Updated: 6 days ago
Every February 2nd, a special Groundhog named Punxsutawney Phil throws a party in Pennsylvania. Many come to see it in person, and it is broadcast throughout the United States and Canada.
This furry guy is so famous for forecasting the end of winter that they made a movie about him in 1993.
I am not a groundhog, and I don’t even like fur coats, but today I shall forecast that events will start back up for nonprofits throughout the land as spring arrives.
Why do we do events that need sponsorship?
To raise money to support the mission.
But the way to keep these sponsors as partners is to make sure their goals are met as well.
Let’s start with this: I do not believe in pre-set packages. I know that right now, as you read this, many of you are holding tight to Gold, Silver, and Bronze packages.
I do believe in offerings that are created to support the nonprofit’s mission and a sponsor’s goals—- both at the same time.
Step 1- Figure what you have available to “sell.” For this example, let’s use a 5k
Online (registration page and more)
In email blasts
Booths and other on-site opportunities
Social Media mentions
Press release mentions
Lunch and learn before the event to help your team understand your passion for the mission
Creating a team who wear your shirts and running/walking
This is a shortlist… you can customize/include these opportunities depending on the amount of money they would like to spend on sponsorship to support your nonprofit.
OK, you know what you have to offer…now, you can start making calls and sending email outreach to share the details of your event with potential sponsors.
A few things to remember-
Some potential sponsors will not judge your event as a Philanthropy opportunity but as a marketing opportunity.
They may care about your mission, but mostly they care who is coming to the event and how they can reach out to them before and during the event.
They might be interested in:
Complimentary demographics – of our attendees and their customers
Complimentary psychographics - Income, assets, education, and taste
How many people have come to (or you expect to come to this event)
And, most importantly, what can you offer that NOBODY else can?
Know WHO the decision-makers really are.
Is it the marketing team? The marketing VP?
Is it the community relations department?
Does the sponsorship decision go all the way up the corporate chain of command to the executive offices?
Do the advertising people play a role?
Every business is different, and smart fundraisers figure out who makes the final decision.
I like to have an “internal advocate” inside the company advising and guiding me through the maze.
Create the right offer with specific goals.
Your event prospect will respond better to measurable goals and objectives.
More importantly (many nonprofits miss this) highlight BENEFITS to them.
Like all fundraising, the way you frame your “pitch” has everything to do with your success.
It’s about what THEY want and what they hope to achieve.
Add employee engagement into the mix.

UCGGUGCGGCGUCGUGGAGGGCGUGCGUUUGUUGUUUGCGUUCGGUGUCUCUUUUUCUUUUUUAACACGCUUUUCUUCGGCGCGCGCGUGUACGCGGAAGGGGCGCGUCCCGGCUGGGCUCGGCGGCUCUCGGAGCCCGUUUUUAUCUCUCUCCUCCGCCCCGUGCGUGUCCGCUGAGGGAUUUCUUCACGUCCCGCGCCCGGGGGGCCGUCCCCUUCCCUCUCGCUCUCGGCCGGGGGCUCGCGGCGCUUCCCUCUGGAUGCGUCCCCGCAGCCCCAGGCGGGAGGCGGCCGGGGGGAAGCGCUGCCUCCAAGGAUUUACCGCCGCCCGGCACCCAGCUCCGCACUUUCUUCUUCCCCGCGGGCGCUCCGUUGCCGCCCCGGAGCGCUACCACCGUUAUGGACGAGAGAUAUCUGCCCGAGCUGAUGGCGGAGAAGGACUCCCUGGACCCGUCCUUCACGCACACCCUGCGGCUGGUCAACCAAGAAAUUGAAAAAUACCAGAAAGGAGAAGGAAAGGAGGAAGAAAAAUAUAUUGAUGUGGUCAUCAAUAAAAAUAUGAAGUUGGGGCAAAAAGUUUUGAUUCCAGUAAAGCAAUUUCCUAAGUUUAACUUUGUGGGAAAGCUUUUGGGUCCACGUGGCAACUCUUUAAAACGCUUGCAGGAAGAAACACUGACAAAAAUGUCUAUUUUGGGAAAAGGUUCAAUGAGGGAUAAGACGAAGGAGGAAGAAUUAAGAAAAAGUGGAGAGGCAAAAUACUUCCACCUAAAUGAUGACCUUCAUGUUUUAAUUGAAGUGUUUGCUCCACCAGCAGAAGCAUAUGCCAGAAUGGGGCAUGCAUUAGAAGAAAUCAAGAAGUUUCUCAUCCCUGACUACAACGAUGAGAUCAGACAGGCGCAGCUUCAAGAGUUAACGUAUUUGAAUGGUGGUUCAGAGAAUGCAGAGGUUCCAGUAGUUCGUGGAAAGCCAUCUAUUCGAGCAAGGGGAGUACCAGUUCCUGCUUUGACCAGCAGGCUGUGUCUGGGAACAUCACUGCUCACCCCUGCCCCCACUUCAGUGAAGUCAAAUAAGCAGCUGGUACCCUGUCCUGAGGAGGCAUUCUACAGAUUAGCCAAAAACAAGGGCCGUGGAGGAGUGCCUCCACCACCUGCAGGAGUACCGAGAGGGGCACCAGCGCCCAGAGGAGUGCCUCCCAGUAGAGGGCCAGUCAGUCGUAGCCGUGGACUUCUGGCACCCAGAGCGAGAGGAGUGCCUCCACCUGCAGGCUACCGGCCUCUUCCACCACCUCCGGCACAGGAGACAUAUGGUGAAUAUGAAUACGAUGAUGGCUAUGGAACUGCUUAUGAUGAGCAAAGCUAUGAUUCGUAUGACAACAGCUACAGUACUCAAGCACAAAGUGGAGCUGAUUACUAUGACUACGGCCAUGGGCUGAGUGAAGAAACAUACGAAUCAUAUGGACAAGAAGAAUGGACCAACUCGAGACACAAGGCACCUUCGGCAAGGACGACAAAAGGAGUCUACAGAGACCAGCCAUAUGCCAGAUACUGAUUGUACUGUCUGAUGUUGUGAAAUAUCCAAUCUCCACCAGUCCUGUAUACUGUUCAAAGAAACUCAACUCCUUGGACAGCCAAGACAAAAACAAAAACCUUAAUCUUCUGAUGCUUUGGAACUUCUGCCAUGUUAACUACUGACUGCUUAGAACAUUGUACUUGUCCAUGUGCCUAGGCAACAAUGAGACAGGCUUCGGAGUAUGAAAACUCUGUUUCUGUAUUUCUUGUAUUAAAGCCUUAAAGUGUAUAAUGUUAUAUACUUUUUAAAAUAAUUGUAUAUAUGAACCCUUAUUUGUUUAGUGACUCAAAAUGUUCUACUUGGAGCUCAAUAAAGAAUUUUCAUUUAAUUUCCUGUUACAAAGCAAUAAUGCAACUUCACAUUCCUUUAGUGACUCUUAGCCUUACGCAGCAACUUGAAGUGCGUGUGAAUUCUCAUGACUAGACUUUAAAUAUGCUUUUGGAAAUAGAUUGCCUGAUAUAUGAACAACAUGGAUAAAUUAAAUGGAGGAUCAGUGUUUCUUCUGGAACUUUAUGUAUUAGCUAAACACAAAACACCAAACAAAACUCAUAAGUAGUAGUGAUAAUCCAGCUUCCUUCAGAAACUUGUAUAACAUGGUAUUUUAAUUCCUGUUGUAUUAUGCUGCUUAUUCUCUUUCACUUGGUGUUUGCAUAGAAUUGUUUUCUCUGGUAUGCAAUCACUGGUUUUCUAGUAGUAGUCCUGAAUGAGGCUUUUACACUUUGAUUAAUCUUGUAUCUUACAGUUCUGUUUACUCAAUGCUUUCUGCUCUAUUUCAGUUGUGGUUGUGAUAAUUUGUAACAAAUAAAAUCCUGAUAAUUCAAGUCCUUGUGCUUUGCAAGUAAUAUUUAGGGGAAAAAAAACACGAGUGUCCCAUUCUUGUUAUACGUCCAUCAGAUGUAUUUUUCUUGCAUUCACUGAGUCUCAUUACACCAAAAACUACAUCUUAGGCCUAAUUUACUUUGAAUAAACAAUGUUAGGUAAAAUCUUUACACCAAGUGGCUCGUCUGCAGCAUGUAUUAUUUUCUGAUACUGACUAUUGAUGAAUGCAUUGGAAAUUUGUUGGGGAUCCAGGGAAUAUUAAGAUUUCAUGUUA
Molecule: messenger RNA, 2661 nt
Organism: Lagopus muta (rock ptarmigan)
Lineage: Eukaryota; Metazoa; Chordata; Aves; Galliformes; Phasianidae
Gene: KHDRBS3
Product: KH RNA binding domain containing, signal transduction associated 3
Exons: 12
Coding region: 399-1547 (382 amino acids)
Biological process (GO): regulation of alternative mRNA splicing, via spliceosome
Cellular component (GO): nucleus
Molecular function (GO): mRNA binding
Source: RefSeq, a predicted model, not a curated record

Employee involvement is becoming more and more critical to businesses.
So, help the business kill many birds with one stone: marketing exposure,
community responsibility, PLUS employee engagement.
Make your proposal very SPECIFIC and relevant to their business.
Do your homework. Since you are researching their business strategy, you can emphasize what they are looking for.
I like to use their OWN language (pull from their website or other materials.)
Layout exactly what objectives they will achieve with this investment. Don’t just assume that they know. Spell it out in black and white on the page.
Remember to emphasize what your event can uniquely do for the company.
So, back to making that first call or email outreach…Share details of the event along with the magic of your mission.
Share that you customize all offerings to meet their goals and budget. Then add some details like outreach to customers and other options that you see from their website that might be a good carrot. Then, ask for a time to meet or speak on the phone.
So, I promised you the questions to ask (after they are clear on the details of your event and mission)
Is reaching out to new customers important to you?
We have many ways to reach out to the attendees….We can do this through signage, a booth (where you could do a prize drawing and capture names, or invite people to join your Gym, etc.)
Would engaging your employees to be important to you.
Is an online presence important to your business? We can link your business from our registration page to your business and include you on our social media.
How do we best engage in supporting your business goals?
What is a comfortable amount to spend on this sponsorship designed to meet these goals?
I know this is a bit unorthodox…Try it, I promise it will grow the bottom line events and create sponsors who know you care about their business.
They also renew year after year!
And no matter the THEIR reason for sponsoring YOUR nonprofit event, they are adding funds to your bottom line to support the amazing work of your organization.
Team Kat & Mouse can help you put together what we have to sell list. Reach out today